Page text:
…but I’ll just eat the Prunus persica (aka peach), thank you! After 3-1/2 years the Madison peach tree that my wife Steph planted is happy and producing more that it can bear (literally). I had to prop up its tiny branches with bungee ropes hooked to an improvised wooden tripod so they won’t break off. It produced abundantly this year (about 50 to 60 peaches) with no pesticides, growth hormones whatsoever. The proof is the worm! Last year we lost all 16 but 2 of them to the bloody squirrels (we hates them!), but this year we observed that if we leave the lawn to grow long enough, they seem to hesitate to walk over it. Not sure how much truth there is in this theory (beside the fact that we have a pretty un-kept back yard lawn), but it looked like each time they wanted to approach the peach tree, they kept stopping by the driveway border then turning back hissing mad as if their evil plan failed. I guess it’s a more humane way to keep them out of our trees than I previous thought of [ahem], and I won’t go into details here.
It is indeed difficult to grow peaches here in the Midwest plains (Chicago) due to the climate region we have. But there are certain peach species that can thrive in this climate and much more in our backyards.
Steph planted quite a bit of trees in our backyard – cherries, three kinds of apples, persimmon, paw-paw, and a medlar. But this peach is the most fruitful!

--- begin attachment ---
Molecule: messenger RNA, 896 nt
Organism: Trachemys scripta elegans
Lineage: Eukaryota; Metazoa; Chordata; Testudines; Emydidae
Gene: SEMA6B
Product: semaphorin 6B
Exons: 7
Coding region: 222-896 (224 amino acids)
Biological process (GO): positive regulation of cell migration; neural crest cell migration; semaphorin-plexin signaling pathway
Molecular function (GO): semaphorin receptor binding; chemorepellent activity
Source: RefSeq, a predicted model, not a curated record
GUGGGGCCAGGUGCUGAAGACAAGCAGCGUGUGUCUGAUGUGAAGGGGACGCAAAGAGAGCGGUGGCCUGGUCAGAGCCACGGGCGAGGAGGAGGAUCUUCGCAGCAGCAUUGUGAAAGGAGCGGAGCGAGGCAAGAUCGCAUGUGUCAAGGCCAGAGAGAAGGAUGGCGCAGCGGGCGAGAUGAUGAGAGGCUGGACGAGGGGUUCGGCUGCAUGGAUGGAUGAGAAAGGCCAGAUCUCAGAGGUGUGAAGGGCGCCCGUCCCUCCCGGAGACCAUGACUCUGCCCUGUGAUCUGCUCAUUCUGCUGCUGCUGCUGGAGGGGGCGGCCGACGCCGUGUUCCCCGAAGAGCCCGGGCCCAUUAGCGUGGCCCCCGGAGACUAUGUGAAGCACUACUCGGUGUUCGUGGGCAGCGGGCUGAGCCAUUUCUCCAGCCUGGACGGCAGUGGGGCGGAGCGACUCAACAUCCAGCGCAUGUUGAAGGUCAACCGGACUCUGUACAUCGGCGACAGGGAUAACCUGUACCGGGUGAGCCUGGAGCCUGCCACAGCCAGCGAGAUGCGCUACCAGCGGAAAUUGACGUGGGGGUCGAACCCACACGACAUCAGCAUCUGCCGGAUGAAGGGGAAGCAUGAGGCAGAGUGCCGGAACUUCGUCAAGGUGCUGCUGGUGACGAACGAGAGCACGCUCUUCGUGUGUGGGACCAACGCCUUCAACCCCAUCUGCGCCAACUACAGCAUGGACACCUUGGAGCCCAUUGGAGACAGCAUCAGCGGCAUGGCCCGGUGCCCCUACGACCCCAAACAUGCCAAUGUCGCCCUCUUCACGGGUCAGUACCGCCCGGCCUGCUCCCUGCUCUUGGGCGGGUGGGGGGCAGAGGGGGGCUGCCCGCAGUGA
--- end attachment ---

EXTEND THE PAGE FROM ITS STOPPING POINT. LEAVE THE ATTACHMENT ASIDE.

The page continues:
Of course they will have to battle different enemies and whatnot but they can be successfully grown. This particular one Steph planted is called a Madison peach, a variety very adaptable to the Central Midwest, Northeast, West and Mid-Atlantic regions. The fruit has “Peach” written all over it – flavor, texture, aroma, sour to sweet balance and feel. It started producing after the first 3 years.
They barely need any babysitting besides pruning and a little more attention during harvest time (August). In our case the most intensive care was to guard against the squirrels. But that looked like it’s solved so much more that these peaches can be harvested before ripening and stored in brown paper bags until they reach maturity without losing any of their character.
So really, it cannot get better than this. And now from the boy born in the middle of peach country, just some inspiration of what can be done with these peaches (Part 1 and Part 2):